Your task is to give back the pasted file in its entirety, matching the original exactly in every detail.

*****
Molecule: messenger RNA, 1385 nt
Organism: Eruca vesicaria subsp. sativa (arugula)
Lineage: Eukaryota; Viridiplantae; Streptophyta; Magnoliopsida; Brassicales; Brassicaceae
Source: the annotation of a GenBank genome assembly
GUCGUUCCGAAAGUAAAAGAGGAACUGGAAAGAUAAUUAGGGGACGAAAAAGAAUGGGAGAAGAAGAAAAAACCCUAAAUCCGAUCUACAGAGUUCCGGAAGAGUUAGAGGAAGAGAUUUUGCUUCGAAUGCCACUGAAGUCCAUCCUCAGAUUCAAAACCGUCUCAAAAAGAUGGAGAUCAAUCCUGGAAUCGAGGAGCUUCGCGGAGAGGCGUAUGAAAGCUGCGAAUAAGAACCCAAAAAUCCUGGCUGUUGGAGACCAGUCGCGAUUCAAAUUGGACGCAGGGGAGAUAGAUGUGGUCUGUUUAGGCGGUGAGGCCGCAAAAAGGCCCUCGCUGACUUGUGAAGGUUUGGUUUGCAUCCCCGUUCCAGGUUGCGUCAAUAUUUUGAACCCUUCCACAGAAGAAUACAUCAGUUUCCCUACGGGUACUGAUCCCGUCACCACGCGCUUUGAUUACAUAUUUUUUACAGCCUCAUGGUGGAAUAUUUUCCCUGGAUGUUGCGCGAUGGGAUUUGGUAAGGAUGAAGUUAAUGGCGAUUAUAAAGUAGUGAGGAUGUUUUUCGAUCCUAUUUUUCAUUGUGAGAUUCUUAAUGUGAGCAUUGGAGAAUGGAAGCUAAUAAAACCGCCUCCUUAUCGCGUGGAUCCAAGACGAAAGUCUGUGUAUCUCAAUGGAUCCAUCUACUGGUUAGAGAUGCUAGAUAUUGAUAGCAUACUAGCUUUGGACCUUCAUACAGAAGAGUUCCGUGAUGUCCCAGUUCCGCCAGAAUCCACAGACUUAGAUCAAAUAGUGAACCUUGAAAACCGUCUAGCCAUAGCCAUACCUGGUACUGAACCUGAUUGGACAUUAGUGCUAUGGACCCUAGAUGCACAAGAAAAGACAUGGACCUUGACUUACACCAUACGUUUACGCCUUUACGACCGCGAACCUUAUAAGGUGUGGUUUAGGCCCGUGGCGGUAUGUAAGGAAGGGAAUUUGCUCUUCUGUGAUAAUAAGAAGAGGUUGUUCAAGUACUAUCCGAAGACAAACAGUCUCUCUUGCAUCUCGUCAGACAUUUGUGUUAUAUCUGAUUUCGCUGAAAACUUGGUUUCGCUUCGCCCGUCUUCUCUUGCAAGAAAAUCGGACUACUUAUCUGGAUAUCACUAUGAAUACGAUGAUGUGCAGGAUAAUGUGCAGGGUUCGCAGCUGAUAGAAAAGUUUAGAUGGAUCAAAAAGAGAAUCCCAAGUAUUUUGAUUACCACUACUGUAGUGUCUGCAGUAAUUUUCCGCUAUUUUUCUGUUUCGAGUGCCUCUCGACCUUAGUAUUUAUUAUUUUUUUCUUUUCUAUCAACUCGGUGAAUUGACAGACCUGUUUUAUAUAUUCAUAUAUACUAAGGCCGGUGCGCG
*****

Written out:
Molecule: messenger RNA, 1385 nt
Organism: Eruca vesicaria subsp. sativa (arugula)
Lineage: Eukaryota; Viridiplantae; Streptophyta; Magnoliopsida; Brassicales; Brassicaceae
Source: the annotation of a GenBank genome assembly
GUCGUUCCGAAAGUAAAAGAGGAACUGGAAAGAUAAUUAGGGGACGAAAAAGAAUGGGAGAAGAAGAAAAAACCCUAAAUCCGAUCUACAGAGUUCCGGAAGAGUUAGAGGAAGAGAUUUUGCUUCGAAUGCCACUGAAGUCCAUCCUCAGAUUCAAAACCGUCUCAAAAAGAUGGAGAUCAAUCCUGGAAUCGAGGAGCUUCGCGGAGAGGCGUAUGAAAGCUGCGAAUAAGAACCCAAAAAUCCUGGCUGUUGGAGACCAGUCGCGAUUCAAAUUGGACGCAGGGGAGAUAGAUGUGGUCUGUUUAGGCGGUGAGGCCGCAAAAAGGCCCUCGCUGACUUGUGAAGGUUUGGUUUGCAUCCCCGUUCCAGGUUGCGUCAAUAUUUUGAACCCUUCCACAGAAGAAUACAUCAGUUUCCCUACGGGUACUGAUCCCGUCACCACGCGCUUUGAUUACAUAUUUUUUACAGCCUCAUGGUGGAAUAUUUUCCCUGGAUGUUGCGCGAUGGGAUUUGGUAAGGAUGAAGUUAAUGGCGAUUAUAAAGUAGUGAGGAUGUUUUUCGAUCCUAUUUUUCAUUGUGAGAUUCUUAAUGUGAGCAUUGGAGAAUGGAAGCUAAUAAAACCGCCUCCUUAUCGCGUGGAUCCAAGACGAAAGUCUGUGUAUCUCAAUGGAUCCAUCUACUGGUUAGAGAUGCUAGAUAUUGAUAGCAUACUAGCUUUGGACCUUCAUACAGAAGAGUUCCGUGAUGUCCCAGUUCCGCCAGAAUCCACAGACUUAGAUCAAAUAGUGAACCUUGAAAACCGUCUAGCCAUAGCCAUACCUGGUACUGAACCUGAUUGGACAUUAGUGCUAUGGACCCUAGAUGCACAAGAAAAGACAUGGACCUUGACUUACACCAUACGUUUACGCCUUUACGACCGCGAACCUUAUAAGGUGUGGUUUAGGCCCGUGGCGGUAUGUAAGGAAGGGAAUUUGCUCUUCUGUGAUAAUAAGAAGAGGUUGUUCAAGUACUAUCCGAAGACAAACAGUCUCUCUUGCAUCUCGUCAGACAUUUGUGUUAUAUCUGAUUUCGCUGAAAACUUGGUUUCGCUUCGCCCGUCUUCUCUUGCAAGAAAAUCGGACUACUUAUCUGGAUAUCACUAUGAAUACGAUGAUGUGCAGGAUAAUGUGCAGGGUUCGCAGCUGAUAGAAAAGUUUAGAUGGAUCAAAAAGAGAAUCCCAAGUAUUUUGAUUACCACUACUGUAGUGUCUGCAGUAAUUUUCCGCUAUUUUUCUGUUUCGAGUGCCUCUCGACCUUAGUAUUUAUUAUUUUUUUCUUUUCUAUCAACUCGGUGAAUUGACAGACCUGUUUUAUAUAUUCAUAUAUACUAAGGCCGGUGCGCG